Moritz is impressed by Amsterdam: "What a beautiful city; what a bustling city. I want to come back here to do a Master's. That says enough, of course. The weather is the only downside. I miss the sun and the mountains in Austria. An umbrella is a must here." Ján instantly had a group of students with whom to spend evenings playing board games. "So fun. But I'm also completely enjoying Amsterdam's nightlife. And thanks to the Erasmus program we get a discount on admission to the Van Gogh museum and the Rembrandt museum. I can't believe how many Dutch students have never been there; it is so beautiful!"

    Judging by the students' efforts, enrolling in an international minor is not easy. David: "It took me a month to negotiate the allocation of credits. The alignment between the curricula is an issue. Still, I wanted this so badly, I was willing to fight for it. Practically every medical degree program in the world is static. There is hardly any room to do something in addition to the regular program. This program is truly innovative, with so much room for science. That is unique." Moritz echoes David's remarks: "This minor is for medical students who don't want to be an average doctor but who really want to have an impact on the world. I'm taking the Global Health, Diversity & Conflict minor. I do have to study really hard. It is a lot of work. But I love the lecturer's approach. We make a video, write various papers." Ján: "The scientific institutes here are world-renowned, too. The MS center, the Alzheimer's center. I'm doing the Clinical Neuroscience - Life of Brain minor. If you want to do neurological research, the VUmc is where you have to be."

    For Ján, the workload isn't that bad. "It's just different. At home in Prague, it's really during the first three years that you have to cram like crazy. Knowledge, knowledge, knowledge. So many students drop out. It's kind of a selection process during the study itself. This minor demands a lot from you, but in a good way. You write a lot, substantiate what you are doing. You really learn something. I have written three papers during these six months!"

    To David, the Dutch students are on the goody-goody side: "They start studying so far ahead of time. At home in Slovakia, my fellow students are often perfectly happy with a passing grade. That's very different here." The other thing that stands out is how slim people are: "Serious and slim," Moritz jokes. "And in Amsterdam you can tell right away who's a tourist and who's a local. Just looking at the way they cycle says it all. Even funnier: tourists on a bike trying to be native Amsterdammers, haha!"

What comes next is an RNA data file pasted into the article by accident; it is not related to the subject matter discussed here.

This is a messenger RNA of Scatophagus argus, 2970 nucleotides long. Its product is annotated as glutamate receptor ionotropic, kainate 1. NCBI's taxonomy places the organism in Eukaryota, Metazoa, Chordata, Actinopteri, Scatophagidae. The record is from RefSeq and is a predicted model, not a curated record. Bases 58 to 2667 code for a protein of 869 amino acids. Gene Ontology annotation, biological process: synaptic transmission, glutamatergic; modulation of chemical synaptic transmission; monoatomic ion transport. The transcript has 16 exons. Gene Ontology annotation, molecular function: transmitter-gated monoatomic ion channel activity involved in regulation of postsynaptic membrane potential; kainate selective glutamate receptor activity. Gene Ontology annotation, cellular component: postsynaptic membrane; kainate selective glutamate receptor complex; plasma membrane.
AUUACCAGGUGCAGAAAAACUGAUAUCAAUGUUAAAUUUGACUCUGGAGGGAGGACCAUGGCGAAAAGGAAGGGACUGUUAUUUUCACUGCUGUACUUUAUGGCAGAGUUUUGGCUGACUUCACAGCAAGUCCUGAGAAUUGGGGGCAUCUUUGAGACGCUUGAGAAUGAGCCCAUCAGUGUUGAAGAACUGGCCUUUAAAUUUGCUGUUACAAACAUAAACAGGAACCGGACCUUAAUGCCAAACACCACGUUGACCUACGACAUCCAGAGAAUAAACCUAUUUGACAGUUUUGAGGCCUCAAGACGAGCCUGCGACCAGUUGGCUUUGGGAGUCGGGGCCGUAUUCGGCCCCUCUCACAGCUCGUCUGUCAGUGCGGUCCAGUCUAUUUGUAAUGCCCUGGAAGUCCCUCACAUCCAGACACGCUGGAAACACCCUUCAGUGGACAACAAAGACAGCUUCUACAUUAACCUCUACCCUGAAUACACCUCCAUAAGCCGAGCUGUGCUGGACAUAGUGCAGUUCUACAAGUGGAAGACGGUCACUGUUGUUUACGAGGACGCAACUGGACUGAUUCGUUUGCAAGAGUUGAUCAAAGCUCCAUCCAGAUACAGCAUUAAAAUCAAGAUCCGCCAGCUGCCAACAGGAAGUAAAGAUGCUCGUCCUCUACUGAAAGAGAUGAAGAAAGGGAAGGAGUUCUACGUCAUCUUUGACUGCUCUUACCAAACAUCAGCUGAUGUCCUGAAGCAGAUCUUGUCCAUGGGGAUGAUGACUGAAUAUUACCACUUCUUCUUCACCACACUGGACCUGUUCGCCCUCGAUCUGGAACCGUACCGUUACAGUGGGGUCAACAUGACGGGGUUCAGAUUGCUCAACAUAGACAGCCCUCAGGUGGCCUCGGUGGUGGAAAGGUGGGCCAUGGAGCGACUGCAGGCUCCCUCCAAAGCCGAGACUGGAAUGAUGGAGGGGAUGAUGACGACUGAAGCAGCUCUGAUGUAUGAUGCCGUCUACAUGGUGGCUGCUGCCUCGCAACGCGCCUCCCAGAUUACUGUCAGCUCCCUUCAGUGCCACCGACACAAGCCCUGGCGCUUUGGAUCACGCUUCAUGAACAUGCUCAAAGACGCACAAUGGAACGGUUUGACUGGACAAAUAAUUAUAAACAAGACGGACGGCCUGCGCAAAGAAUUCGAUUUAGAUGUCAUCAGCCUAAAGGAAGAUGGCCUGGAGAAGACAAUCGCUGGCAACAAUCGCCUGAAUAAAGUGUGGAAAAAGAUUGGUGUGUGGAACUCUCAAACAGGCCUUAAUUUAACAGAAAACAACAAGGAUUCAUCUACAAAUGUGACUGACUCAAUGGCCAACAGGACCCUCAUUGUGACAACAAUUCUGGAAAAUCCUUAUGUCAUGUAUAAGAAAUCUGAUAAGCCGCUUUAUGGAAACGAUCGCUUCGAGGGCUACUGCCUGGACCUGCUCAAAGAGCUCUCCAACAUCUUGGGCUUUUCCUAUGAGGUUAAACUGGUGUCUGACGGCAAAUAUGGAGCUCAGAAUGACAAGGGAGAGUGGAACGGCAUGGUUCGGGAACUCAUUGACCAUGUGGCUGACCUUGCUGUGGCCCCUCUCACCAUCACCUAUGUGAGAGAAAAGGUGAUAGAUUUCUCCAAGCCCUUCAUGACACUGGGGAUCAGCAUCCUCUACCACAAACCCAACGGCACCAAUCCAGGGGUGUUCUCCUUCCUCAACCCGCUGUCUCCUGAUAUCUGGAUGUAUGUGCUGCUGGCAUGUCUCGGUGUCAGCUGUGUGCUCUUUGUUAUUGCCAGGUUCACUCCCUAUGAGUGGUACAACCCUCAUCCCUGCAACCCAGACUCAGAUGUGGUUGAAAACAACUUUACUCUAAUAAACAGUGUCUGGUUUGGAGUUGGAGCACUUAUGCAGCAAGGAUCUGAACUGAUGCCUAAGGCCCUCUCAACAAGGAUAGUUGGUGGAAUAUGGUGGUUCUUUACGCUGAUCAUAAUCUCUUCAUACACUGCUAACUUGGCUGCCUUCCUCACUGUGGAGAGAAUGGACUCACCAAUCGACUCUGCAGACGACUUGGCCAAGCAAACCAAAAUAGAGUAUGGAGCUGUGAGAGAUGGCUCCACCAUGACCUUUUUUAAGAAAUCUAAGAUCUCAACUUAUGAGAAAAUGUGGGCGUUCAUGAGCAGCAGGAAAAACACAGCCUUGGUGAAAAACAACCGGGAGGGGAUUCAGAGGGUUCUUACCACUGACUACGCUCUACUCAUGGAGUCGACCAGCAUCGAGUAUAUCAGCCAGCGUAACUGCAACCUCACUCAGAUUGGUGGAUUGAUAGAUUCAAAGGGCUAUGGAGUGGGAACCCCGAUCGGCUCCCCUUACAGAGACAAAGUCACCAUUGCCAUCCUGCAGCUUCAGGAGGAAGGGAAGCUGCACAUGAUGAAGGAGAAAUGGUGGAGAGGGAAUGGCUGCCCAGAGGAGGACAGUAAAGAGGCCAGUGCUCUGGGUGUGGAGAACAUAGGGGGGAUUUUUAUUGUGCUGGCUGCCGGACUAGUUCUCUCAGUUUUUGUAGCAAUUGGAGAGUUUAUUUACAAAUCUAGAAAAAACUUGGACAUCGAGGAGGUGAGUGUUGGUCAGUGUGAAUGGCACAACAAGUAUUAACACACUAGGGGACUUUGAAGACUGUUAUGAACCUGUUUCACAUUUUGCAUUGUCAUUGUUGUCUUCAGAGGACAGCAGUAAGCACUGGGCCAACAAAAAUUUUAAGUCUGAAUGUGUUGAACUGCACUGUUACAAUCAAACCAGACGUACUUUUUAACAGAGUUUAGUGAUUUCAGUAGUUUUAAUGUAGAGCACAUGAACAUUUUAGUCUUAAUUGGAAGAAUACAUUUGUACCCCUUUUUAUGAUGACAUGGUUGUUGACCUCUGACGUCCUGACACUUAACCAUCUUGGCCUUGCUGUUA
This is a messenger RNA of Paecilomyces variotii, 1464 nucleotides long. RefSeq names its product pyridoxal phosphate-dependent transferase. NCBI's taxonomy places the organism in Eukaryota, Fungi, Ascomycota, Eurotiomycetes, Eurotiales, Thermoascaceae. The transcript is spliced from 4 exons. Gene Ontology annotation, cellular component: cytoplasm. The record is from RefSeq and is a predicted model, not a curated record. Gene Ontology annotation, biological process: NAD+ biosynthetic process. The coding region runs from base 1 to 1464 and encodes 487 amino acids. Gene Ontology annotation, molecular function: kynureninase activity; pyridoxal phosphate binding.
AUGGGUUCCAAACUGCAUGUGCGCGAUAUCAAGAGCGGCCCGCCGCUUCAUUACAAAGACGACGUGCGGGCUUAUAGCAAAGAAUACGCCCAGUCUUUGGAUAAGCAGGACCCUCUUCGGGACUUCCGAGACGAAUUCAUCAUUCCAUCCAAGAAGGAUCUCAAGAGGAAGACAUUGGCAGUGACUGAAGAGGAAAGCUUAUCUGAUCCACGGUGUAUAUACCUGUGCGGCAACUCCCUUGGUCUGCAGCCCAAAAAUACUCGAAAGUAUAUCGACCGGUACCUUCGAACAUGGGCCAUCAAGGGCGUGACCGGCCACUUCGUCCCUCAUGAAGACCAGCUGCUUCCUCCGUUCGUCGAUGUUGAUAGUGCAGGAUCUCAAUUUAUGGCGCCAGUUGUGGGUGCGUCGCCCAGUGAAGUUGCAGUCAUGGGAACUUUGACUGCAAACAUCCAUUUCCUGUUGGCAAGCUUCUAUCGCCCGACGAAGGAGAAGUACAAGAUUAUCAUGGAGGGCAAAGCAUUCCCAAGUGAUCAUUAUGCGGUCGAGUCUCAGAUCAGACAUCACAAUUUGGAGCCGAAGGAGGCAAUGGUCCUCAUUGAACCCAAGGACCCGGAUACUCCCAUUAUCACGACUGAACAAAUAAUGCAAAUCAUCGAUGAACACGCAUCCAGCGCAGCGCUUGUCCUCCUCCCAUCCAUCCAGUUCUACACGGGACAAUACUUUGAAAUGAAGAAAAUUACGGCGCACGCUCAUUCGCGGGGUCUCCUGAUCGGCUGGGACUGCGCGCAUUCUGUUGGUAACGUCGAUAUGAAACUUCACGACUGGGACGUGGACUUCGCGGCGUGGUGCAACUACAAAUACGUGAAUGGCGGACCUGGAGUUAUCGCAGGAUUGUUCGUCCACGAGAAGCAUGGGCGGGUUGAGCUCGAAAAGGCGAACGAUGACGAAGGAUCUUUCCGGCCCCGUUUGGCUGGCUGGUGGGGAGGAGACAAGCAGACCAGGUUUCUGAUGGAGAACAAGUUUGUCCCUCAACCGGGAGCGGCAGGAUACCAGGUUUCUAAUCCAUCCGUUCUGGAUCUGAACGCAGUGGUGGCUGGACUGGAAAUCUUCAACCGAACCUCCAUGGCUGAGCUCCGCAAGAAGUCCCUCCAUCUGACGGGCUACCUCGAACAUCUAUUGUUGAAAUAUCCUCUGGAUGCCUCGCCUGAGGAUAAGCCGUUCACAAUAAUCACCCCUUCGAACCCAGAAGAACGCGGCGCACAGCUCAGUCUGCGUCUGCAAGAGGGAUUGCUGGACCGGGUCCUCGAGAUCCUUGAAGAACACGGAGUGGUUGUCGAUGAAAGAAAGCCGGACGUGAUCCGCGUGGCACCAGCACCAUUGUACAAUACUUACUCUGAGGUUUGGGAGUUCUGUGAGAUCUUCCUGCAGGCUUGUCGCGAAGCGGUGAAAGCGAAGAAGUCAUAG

Is there anything that could be improved? Moritz would like to see some English-speaking patients in the lectures. "They tend to speak Dutch. But usually there's an interpreter on hand during classes."

    Would you encourage students back home to come to Amsterdam? David: "Definitely. The VU is the 43rd best university in the world and Amsterdam offers you a fantastic minor, truly unique in the world. And in a city that has so many nationalities and so many foreign students. It's an experience that I will take with me and will help shape me as a doctor in the future. A doctor of the world." 

  • Rankings

    In the Academic Ranking of World Universities (or the Shanghai ranking) VU University is ranked amongst the top 100 to 150 universities worldwide. In the subject field of medical sciences, we rank even higher, we belong to the top 50 worldwide

    The Bachelor of Faculty of Medicine is ranked first in the Dutch National Student Survey. The National Students Survey (NSE) is a large-scale international survey in the Netherlands, for which almost all students in higher education are invited to give their opinion about the quality of their education.

    The master Cardiovascular Research of VUmc School of Medical Sciences is also ranked first in the National Students Survey (NSE) 2018 of all biomedical master's programs in the Netherlands. The master Oncology ranked second. 

  • Application and admission

    For questions about application and admission to the masters in Oncology and Cardiovascular Research you may contact the international student advisors at Vrije Universiteit Amsterdam. For information related to the content of the programmes you may also contact the Coordinator at cvrmaster@vumc.nl (Cardiovascular Research) or masteroncology@vumc.nl (Oncology).

Contact

For questions please contact the International Office

Send your questions to international@vu.nl.